Untamed Land

Untamed Land
Untamed Land

Friday, September 30, 2011

Let's Go to the Kenai

These first photos were taken by Scott from his plane. The scenery is the Kenai Peninsula. I'm not sure if this is Kenai Lake, or Skilak Lake. The milky color is glacier meltwater.
When I first moved to Alaska, this landscape would probably have had many more Spruce trees in it. I arrived to the state in the middle of a major Spruce Bark Beetle infestation. It hit the Kenai especially hard, and devastated large Stands of Spruce trees all over the peninsula.
Shortly thereafter, there were many huge forest fires that burnt off the dead trees, and caused Birch trees to flourish.
The famous Kenai River is well loved by fishermen and women because of the huge runs of salmon that arrive most years. Fishing quotas are set by the numbers of each species that show up in a given summer. That number can vary greatly from year to year.
Salmon also attract bears. There are lots of interactions between bears and people along the Kenai and Russian Rivers. A few people get mauled, and a lot of bears get shot. Most meetings end peacefully for both parties.
There are hundreds, if not thousands of lakes on the Kenai Peninsula. Many of them have very stagnant water that is unsafe to drink. I'm not real sure of the cause other than extensive, boggy habitat.
The water in the mountains tends to be safer than the water out on the flat areas.

The rest of these photos were taken by me on the ground. Driving south from Anchorage, the highway snakes along the edge of Turnagain Arm, which is part of Cook Inlet. It got it's name when Captain Cook tried to sail along the coast. He had to turn back because of shallow water and treacherous currents.
After about 50 miles, Turnagain Arm ends, and the highway turns onto the Kenai Peninsula.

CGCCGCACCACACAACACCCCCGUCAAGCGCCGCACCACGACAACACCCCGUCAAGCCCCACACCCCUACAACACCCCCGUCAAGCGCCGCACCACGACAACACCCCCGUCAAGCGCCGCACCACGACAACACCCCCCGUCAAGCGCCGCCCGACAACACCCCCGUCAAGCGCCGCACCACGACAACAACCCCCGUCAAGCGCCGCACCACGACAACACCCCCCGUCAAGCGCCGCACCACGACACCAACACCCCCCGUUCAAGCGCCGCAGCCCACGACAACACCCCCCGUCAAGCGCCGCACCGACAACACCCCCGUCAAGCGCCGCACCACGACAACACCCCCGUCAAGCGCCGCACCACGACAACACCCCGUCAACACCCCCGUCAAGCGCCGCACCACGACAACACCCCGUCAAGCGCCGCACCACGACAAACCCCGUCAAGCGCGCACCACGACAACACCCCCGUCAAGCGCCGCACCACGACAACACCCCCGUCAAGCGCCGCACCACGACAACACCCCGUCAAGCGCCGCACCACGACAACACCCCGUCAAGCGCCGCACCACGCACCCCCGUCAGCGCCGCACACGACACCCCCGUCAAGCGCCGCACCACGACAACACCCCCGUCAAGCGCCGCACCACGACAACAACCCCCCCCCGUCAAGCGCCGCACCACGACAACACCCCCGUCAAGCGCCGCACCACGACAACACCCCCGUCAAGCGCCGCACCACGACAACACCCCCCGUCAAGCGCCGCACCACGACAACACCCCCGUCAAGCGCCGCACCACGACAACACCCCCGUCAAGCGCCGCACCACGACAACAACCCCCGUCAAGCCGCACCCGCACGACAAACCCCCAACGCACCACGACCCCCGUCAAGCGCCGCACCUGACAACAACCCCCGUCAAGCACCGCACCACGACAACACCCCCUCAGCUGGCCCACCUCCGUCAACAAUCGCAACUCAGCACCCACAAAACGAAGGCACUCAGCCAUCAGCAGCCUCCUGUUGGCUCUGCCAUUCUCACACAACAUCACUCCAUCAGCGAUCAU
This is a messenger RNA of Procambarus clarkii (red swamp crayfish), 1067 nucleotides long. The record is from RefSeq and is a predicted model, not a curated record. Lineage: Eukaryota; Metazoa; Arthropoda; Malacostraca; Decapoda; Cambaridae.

A single shaft of sunlight hits the mountainside beside the highway. The whole area abounds with wildlife.
We took a fork in the road near here, that heads to the miniscule community of Hope.
If you look carefully along the edge of the water in right of this photo, you can see the buildings of the town. There is a one room schoolhouse, a few small lodges, and a smattering of homes. That's Hope.
This is the beach just out of town, looking across Turnagain Arm to the mainland. The beach is not made up of sand, but mud. There are seldom any waves to speak of.
Most of the year, this is a bleak coastline.
Today I found this cold, Mourning Cloak Butterfly. It's about half the size of the Mourning Cloaks in the lower 48.
Eventually it warmed up in the sun, and opened it's wings.

The  crisp, Autumn light was harsh, so it was a challenge to get a pleasing photo. The butterfly soon flew off, but it's days are numbered with temperatures predicted to drop soon.


Suz said...

oh the cloak was beautiful opening its wings
I am so thrilled to get a peek at your beloved state
It seems you couldn't be an atheist living there
it is truly beautiful

tess stieben said...

Beautiful mourning cloak photo, I like the crispness of the image, in it I can feel winter coming.